CUPS AND TROPHIES
Yesterday's sporting trophies are still much prized by enthusiasts, who enjoy the associations as well as the appearance and durability of their collections.
The practice of awarding trophies dates hack to ancient Greece, where the spoils of victory were laid out on the battlefield along with an inscription detailing events of the fight and a dedication to the gods. In more recent times the victor of a sporting event has been honoured with the rather more practical award of a cup, a shield or a statuette - things that the collector finds highly attractive today.
Some of the finest of these belong to the racing world. The prizes for the Sport of Kings have benefited from their royal associations, some of the trophies being very grand indeed. The first racecourse was established in the reign of Henry VIII on the Rodee at Chester in 1540 and there was an annual prize in the form of a solid gold or silver bell. By the time of James I, a keen racegoer, cups had been adopted as prizes. Unlike today, these trophies were awarded to the winner for keeps, and constituted part or all of the prize.
An Act of 1740 decreed that no event could he worth less than £50 to the winner. The money for these trophies and cash prizes was raised from the owners themselves and in the form of stakes and forfeits. Money was also raised by public subscriptions and by entry fees to the courses.
By 1900 the energies of the Jockey Club meant that Ascot could afford to give £37,000 in prize money to its 28 races.
Every sport has its famous trophies - the Open Golf Championship's claret jug, boxing's glittering Lonsdale belt, the various incarnations of football's World Cup - and over the years they have served as inspiration to countless sports clubs and schools awarding prizes to their champions, who have traditionally been the envy of their peers at prize-giving ceremonies. Though, for example, the Grand National Trophy is out of reach of the collector, many of these lesser known trophies, some of them quite grand in their own right, have come into the hands of the collector, and for the sports enthusiast there is a wealth of prizes to be, if not won, bought.
Well-polished silverware is always attractive, whether positioned on a mantelpiece or shelf or in a glass-fronted trophy cabinet. Engraved cups, plaques and the like are also conversation pieces with visitors.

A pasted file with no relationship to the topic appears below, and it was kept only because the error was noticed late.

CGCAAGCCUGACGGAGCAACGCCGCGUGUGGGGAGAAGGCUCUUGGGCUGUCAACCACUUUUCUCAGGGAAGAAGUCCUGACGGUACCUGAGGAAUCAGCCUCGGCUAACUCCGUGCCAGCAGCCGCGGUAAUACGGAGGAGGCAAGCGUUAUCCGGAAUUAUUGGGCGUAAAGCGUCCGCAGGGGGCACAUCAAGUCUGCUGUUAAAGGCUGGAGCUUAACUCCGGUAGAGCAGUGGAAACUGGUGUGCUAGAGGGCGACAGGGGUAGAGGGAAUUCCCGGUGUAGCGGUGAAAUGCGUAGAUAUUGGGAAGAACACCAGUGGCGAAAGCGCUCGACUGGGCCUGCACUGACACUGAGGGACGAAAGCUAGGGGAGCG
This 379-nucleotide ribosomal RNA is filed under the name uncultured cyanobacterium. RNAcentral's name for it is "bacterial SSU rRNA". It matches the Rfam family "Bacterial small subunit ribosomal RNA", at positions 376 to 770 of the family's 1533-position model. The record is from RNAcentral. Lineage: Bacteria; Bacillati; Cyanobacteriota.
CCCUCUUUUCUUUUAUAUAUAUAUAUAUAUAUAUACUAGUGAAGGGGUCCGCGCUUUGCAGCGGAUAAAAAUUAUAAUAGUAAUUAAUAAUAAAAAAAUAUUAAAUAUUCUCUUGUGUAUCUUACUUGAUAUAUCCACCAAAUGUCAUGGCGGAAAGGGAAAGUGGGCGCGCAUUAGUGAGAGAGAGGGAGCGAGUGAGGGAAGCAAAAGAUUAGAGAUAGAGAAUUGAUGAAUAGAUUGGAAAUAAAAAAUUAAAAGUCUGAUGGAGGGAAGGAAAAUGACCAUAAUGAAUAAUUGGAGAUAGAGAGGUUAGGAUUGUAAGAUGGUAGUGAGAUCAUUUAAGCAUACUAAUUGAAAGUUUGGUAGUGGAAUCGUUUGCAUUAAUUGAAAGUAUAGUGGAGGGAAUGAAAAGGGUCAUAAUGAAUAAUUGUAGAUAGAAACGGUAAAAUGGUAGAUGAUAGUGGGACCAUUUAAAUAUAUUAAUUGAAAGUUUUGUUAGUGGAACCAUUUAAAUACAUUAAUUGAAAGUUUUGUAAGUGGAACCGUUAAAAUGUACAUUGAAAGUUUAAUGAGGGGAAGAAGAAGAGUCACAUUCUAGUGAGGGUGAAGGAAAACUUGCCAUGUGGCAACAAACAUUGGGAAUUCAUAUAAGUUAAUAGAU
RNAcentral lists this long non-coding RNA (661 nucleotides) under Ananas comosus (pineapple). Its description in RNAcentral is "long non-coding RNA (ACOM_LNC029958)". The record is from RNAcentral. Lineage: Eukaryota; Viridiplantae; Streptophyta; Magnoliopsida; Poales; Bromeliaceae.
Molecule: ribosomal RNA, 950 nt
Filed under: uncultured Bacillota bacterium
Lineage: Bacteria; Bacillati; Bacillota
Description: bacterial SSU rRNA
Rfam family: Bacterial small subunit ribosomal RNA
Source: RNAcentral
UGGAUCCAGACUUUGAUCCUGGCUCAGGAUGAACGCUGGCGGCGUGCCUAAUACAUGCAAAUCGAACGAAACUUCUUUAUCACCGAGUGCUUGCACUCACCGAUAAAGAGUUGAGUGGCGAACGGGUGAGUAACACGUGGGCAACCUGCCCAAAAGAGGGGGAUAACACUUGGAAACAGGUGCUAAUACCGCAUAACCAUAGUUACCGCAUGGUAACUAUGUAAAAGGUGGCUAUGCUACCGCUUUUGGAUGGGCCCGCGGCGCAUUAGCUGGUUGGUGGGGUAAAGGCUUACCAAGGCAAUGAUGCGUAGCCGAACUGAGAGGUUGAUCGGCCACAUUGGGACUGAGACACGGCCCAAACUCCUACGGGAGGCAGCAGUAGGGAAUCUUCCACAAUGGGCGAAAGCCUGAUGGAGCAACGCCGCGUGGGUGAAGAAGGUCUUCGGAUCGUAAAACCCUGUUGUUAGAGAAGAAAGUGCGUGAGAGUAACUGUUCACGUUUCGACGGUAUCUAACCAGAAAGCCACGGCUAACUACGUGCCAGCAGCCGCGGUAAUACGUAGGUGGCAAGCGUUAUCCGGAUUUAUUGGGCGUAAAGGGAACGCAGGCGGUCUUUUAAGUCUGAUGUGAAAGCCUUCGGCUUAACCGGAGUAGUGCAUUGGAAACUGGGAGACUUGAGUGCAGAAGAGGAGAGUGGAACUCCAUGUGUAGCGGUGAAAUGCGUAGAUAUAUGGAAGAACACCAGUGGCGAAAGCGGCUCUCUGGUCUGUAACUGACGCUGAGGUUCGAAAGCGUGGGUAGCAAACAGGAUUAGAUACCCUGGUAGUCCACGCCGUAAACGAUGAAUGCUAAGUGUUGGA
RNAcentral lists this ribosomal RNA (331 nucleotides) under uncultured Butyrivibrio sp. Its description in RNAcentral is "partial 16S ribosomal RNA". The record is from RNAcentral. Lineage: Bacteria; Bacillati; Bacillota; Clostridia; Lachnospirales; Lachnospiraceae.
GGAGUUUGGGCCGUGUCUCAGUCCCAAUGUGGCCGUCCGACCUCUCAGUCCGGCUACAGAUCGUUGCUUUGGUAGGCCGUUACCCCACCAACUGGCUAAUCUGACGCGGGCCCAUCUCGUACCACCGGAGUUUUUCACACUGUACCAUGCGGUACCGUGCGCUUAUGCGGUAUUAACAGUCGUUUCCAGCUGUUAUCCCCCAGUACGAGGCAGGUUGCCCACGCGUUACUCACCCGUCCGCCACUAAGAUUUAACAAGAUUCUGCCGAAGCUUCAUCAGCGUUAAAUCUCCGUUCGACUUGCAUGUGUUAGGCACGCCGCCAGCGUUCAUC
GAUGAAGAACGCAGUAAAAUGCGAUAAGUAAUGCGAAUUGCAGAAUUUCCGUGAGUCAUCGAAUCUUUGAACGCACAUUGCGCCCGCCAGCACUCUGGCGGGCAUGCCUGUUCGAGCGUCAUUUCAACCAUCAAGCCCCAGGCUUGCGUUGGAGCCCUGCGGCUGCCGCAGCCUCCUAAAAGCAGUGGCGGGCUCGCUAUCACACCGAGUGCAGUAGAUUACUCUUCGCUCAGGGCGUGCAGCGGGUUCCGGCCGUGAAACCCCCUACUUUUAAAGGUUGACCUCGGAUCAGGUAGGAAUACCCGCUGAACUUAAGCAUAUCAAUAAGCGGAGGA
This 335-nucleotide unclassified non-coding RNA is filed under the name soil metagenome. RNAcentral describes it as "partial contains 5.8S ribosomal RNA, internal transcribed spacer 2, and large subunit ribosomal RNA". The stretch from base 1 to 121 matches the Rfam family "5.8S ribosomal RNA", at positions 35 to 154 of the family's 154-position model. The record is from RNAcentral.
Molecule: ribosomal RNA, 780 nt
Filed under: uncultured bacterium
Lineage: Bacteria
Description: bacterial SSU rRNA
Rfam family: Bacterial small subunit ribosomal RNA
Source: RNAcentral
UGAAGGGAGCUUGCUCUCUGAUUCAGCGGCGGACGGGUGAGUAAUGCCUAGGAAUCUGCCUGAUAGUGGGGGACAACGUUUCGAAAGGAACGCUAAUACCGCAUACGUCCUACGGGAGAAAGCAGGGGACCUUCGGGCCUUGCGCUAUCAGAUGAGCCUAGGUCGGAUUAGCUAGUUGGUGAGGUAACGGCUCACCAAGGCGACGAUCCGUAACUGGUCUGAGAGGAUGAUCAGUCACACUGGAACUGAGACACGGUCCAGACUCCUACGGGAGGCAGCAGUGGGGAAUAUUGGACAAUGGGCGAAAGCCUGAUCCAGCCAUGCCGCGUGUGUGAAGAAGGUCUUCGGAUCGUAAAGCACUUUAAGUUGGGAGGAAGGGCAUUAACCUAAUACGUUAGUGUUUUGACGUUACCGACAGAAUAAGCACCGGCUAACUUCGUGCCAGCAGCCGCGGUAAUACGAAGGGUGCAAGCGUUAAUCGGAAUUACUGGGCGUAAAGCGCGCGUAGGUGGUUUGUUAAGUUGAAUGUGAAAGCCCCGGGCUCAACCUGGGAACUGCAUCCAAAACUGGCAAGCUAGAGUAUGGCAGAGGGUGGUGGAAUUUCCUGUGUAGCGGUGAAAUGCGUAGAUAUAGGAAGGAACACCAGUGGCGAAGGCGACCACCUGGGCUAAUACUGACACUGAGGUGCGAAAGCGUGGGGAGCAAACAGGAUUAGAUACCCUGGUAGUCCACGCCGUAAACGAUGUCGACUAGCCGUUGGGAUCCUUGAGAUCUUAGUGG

The most prestigious sporting cups and trophies have always provided a great opportunity for silversmiths to demonstrate their skills and imagination. Some makers have made their names and built their reputations on the trophies they have produced, and consequent y there are some very ornate examples. Equally, some cups were made relatively cheaply, with no frills and a fairly simple inscription.
Collectors in this field tend to fall into two categories. The first are those who are interested in a particular sport and are keen to assemble trophies bearing inscriptions of famous names or marking important events. Trophies have not always been recalled annually to be re-awarded, and so there could be many cups made for a particular event. Also, replicas are sometimes made for the winner to keep - this is done, for example, at the Wimbledon Tennis Championships - and these small replicas may occasionally find their way into the collectors' sphere.
The other type of enthusiasts are those who collect cups across all sports. These tend to be interested in the more eye-catching trophies. Since World War 2 most sporting spoils have been made in base metals which are usually silver-plated or perhaps chromed, but before that they were often made in solid silver or they have faced the danger of being melted down, and , in fact, many trophies have been lost in this way.
IMPORTANCE OF NAMES
Just as a famous name can increase value for the sports enthusiast, the name of a nonentity can make a piece less desirable to the collector, who would prefer a blank escutcheon. A trophy for a famous sporting event will always have an added value for collectors.